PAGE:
A note from Doug Smith: Rufus M. Gant was 87 when he died last week in Hampton, Va. after a long illness. He was an outstanding all-around athlete at Hampton Institute (now Hampton University) and later became one of the top high school tennis coaches in the Tidewater area. His teams won 10 State Black Championships. I was a member of Gant’s teams from 1957-60. I offered these reflections at his funeral June 17, 2011.

When I was a Phenix High School student back in the late 50s, my friends called me Diddy Wit. Even Mr. Gant used to call me that, especially when I did something I shouldn’t have done.   He was like my daddy in that way and he was a father figure to me in so many other ways, as well. To be honest, I doubt very seriously if I would have travelled the road I took if Mr. Gant hadn’t been there to guide me.

Let me explain my journey and the impact Mr. Gant had in shaping it.

I spent most of my adult life working as a sports journalist for three major newspapers – Long Island’s Newsday, the New York Post and USA Today. Before retiring in 2001, I ‘labored’15 consecutive years writing about the sport I love – tennis. I interviewed and wrote stories about the game’s top players at the high school, college and pro levels and travelled the country – indeed the world – covering major tennis events, including the Australian Open in Melbourne, the French Open in Paris, Wimbledon, near London and to New York for the U.S. Open.

Along the way, I also wrote a couple of tennis books – one on former tennis pro Zina Garrison and the other was the life story of Hall of Fame inductee Dr. R. Walter Johnson, the man most responsible for launching the careers of tennis greats Althea Gibson and Arthur Ashe, our first African American tennis champions.

I bring this to your attention not to toot my own horn, but only because in my heart I know that none of it would have occurred if Mr. Gant hadn‘t persuaded me to play tennis. More precisely, he dragged me onto a tennis court when I was 15, put a racket in my hand and worked with me until I was good enough to be a member of Phenix High’s high-powered, varsity tennis team. This he did when I was a sophomore, even though he knew I really wanted to play baseball. He was pushy that way, and, of course, I’m so glad he was.

But what he pushed me to do two years later as a senior, was equally, perhaps even more important. I didn’t receive the scholarship money I needed to attend the college of my choice, Notre Dame. A few days before graduation day, I went to Mr. Gant’s office and told him that since I couldn’t afford Notre Dame, I wasn’t going to college. I was going to join the Army. He asked me to take a walk with him.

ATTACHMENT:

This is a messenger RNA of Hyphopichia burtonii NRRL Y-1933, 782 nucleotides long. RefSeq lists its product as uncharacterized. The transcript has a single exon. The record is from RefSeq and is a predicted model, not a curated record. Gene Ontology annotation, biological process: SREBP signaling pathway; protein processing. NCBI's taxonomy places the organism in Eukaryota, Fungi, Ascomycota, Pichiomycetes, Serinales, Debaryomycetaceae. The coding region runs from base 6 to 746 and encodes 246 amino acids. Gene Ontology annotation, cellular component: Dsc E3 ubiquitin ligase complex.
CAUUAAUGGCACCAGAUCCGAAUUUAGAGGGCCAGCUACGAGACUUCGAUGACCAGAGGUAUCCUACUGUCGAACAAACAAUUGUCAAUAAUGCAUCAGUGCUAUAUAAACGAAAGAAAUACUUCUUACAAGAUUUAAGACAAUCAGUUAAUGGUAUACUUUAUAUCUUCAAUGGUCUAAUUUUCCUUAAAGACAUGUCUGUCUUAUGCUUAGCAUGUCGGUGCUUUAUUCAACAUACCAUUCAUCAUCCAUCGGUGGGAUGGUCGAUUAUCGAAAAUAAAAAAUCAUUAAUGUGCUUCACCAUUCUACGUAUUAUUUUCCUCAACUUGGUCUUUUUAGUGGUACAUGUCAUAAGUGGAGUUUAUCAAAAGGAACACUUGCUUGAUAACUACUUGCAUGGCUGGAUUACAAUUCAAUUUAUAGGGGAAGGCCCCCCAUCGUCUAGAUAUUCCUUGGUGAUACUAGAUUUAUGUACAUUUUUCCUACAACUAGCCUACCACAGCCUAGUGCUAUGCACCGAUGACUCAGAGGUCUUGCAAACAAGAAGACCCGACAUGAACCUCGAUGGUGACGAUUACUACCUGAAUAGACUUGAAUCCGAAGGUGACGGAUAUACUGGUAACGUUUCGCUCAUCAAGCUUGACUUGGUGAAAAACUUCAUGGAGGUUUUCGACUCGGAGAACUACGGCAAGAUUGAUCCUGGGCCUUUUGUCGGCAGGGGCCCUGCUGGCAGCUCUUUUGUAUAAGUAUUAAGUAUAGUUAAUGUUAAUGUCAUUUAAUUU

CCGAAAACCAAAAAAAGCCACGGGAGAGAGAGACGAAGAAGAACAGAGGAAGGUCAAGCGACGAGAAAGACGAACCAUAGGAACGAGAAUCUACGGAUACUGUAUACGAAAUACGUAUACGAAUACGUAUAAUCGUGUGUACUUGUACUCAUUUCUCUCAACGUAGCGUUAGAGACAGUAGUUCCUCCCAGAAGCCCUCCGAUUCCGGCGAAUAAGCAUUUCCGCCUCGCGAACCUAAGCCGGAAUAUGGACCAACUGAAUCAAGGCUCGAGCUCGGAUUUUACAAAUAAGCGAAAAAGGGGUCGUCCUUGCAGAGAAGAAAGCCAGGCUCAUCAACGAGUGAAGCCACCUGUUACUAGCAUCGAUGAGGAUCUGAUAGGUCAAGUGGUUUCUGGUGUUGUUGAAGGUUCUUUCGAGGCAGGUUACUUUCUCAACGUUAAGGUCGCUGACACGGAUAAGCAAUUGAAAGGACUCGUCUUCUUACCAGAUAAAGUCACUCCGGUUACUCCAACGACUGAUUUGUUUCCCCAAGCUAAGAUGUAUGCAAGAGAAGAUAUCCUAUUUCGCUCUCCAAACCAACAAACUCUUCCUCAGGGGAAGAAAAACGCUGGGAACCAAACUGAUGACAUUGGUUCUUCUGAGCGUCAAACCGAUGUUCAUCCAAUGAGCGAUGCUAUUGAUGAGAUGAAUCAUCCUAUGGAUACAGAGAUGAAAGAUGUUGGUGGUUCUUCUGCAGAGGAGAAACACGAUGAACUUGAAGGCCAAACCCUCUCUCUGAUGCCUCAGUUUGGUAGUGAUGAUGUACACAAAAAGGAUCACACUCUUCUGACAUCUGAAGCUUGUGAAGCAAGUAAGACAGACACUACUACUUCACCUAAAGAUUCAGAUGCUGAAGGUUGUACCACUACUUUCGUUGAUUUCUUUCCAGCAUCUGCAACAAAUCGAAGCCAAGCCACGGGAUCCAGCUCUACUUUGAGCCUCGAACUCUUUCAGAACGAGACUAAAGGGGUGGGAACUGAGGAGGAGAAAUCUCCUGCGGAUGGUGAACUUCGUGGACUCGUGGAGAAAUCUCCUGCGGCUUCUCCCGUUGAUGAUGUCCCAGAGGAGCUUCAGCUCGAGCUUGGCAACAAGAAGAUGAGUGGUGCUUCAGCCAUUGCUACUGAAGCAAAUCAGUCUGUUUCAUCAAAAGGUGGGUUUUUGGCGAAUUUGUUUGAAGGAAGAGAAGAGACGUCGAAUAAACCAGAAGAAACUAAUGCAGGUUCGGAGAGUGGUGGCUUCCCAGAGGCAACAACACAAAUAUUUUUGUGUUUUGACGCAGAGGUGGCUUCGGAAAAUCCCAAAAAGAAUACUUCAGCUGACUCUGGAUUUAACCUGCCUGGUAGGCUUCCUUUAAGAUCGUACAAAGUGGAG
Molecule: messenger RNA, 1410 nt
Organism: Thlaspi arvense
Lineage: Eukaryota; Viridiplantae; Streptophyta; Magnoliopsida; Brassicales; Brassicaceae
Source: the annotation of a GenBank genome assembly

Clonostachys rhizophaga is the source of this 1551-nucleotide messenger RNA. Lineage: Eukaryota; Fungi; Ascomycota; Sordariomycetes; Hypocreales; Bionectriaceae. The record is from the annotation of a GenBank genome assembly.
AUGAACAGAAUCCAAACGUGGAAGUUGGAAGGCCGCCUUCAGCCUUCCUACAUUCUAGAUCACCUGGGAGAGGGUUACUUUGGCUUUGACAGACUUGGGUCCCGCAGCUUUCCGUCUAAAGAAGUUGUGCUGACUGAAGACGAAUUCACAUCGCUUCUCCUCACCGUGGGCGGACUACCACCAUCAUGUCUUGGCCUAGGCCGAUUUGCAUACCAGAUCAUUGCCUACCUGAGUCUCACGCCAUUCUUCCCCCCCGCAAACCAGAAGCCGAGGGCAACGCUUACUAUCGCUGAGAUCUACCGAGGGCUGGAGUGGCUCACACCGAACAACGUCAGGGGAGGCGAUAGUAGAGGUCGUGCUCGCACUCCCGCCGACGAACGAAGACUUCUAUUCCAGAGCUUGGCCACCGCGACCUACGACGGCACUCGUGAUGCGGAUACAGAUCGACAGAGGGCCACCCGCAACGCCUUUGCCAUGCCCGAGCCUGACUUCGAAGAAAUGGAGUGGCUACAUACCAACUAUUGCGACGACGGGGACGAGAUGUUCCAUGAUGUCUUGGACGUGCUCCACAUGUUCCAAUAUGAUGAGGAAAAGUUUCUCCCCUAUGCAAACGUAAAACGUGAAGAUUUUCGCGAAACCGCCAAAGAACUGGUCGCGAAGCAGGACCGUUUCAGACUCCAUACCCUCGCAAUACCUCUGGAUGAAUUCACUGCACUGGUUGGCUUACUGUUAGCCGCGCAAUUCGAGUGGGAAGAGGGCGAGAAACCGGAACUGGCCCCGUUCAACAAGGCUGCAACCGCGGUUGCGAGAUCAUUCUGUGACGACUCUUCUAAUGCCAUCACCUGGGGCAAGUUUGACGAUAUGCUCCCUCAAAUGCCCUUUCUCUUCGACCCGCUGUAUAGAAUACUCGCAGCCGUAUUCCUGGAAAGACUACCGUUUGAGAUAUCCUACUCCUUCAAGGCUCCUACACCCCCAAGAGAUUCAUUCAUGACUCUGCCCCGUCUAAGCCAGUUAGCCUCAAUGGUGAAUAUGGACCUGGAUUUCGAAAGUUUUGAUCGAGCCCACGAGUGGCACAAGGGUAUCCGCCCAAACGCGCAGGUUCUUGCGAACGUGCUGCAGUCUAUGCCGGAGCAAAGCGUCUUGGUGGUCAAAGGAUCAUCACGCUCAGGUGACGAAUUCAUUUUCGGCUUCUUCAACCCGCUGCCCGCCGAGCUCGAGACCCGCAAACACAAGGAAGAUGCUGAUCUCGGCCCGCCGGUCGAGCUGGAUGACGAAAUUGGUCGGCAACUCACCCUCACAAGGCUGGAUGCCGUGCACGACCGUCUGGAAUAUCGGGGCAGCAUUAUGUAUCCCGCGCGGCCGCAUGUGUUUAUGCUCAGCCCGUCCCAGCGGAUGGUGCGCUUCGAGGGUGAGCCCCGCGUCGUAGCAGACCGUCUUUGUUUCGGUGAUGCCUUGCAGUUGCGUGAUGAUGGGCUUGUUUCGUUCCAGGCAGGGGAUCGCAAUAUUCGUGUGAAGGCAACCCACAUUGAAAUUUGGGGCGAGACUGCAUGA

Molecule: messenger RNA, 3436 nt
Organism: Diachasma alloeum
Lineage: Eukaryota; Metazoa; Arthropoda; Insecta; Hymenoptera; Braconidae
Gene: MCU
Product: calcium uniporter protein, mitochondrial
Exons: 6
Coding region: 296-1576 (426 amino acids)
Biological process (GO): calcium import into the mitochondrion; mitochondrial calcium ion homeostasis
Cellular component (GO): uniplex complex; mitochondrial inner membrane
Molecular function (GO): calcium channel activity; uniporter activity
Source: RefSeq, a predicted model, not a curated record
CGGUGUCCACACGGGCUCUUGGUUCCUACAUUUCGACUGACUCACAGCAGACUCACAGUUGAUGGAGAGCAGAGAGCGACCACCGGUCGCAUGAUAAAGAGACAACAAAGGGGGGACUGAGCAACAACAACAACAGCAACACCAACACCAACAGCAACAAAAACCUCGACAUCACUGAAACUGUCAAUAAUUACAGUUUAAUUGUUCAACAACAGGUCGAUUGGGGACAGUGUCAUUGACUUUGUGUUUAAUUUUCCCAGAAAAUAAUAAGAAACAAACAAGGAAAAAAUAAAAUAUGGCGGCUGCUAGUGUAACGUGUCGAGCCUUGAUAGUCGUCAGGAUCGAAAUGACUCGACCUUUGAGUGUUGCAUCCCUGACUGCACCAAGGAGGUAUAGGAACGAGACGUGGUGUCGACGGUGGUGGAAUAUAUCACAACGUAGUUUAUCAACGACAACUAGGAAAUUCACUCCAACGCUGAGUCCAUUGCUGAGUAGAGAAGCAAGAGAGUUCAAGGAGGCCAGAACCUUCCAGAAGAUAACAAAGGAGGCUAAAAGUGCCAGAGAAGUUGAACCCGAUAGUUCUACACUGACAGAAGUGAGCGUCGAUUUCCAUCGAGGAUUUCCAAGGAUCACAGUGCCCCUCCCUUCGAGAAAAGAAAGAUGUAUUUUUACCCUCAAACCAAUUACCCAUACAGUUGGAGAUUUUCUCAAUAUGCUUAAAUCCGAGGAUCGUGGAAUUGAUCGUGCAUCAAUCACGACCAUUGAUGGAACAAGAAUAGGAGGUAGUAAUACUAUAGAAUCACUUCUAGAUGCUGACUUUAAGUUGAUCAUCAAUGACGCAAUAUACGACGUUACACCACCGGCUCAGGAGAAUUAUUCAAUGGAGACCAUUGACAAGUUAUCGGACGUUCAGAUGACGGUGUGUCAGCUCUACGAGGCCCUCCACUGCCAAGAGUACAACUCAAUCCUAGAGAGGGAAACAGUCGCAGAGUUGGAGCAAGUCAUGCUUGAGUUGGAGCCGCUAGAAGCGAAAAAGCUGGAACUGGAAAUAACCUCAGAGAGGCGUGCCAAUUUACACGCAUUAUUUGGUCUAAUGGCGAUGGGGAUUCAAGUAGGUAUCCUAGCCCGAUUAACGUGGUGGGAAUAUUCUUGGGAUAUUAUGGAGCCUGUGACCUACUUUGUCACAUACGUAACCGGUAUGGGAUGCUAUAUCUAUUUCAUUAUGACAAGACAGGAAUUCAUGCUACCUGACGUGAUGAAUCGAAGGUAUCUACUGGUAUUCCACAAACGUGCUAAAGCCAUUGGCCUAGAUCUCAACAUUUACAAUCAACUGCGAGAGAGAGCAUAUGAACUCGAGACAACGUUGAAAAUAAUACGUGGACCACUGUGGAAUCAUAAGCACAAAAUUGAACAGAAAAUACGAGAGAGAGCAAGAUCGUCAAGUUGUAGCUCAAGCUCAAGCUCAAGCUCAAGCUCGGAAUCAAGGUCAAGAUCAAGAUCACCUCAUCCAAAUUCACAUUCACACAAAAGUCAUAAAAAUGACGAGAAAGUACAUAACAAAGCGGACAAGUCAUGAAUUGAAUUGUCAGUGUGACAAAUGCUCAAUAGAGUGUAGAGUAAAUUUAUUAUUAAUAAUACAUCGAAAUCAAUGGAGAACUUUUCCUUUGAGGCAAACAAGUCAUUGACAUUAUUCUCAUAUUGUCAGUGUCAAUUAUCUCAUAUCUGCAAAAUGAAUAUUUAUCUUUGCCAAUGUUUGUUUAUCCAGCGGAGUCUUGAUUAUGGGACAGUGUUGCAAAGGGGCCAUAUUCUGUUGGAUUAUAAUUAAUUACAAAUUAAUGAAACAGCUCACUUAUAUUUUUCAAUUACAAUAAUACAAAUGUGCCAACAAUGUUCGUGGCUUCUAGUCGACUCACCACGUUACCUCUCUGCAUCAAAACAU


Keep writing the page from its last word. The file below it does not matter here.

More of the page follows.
We walked in silence to Hampton University’s old gymnasium, which was only a block away from Phenix High.  We sat in the athletic director’s office and waited for Dr. Herman Neilson. When Dr. Neilson arrived, Mr. Gant, without consulting me, told him that I had decided to attend Hampton and play tennis for the Pirates. Dr. Neilson shook my hand and congratulated me on my choice. Yep, once again Mr. Gant pushed me in the right direction, and again I’m so grateful that he did.

In later years, the teacher-student relationship we had evolved into a friendship. However, my respect for him never would allow me to call him Rufus. Just as he had taught me to play tennis, he also gave me golf lessons when I got the golf bug about 20 years ago.  But I can’t say that his input was as effective on the tee box as it was on the tennis court. Twenty years later, I still don’t know where golf ball is going after I hit it on. But I love him still for the effort.

I grew up in the era of racial segregation and like most young black men, I realize now how much I needed someone like Mr. Gant to lean on and how different my life might have been had he not been there. He was one of many unsung heroes of the pre-Civil Rights era who taught young blacks throughout the South to tread confidently, but carefully through their sometimes unfriendly, sometimes hostile environment.

In my book, Whirlwind, I wrote this about Mr. Gant: “He encouraged us to push ourselves beyond the limits imposed by racist policies and frequently urged us to be twice as good as our white competitors.  Mr. Gant also added this warning: “Rejection might come even when you prove yourself, but never stop trying.”

After integration came to Hampton, Mr. Gant was appointed principal of racially-mixed Hampton High School and there’s no doubt in my mind that he provided the same level of common-sense, do-the-right-thing guidance to his all students there as he did with students of my generation.

It seems to me that his life’s goal simply was to strive to do what he always encouraged me and others to do: Excel, excel, excel and never forget to reach back and help others do the same. That is why he’ll live forever in my heart and – no doubt – in the hearts of so many others who profited from the days he spent on this earth helping young people meet the challenges of adult life.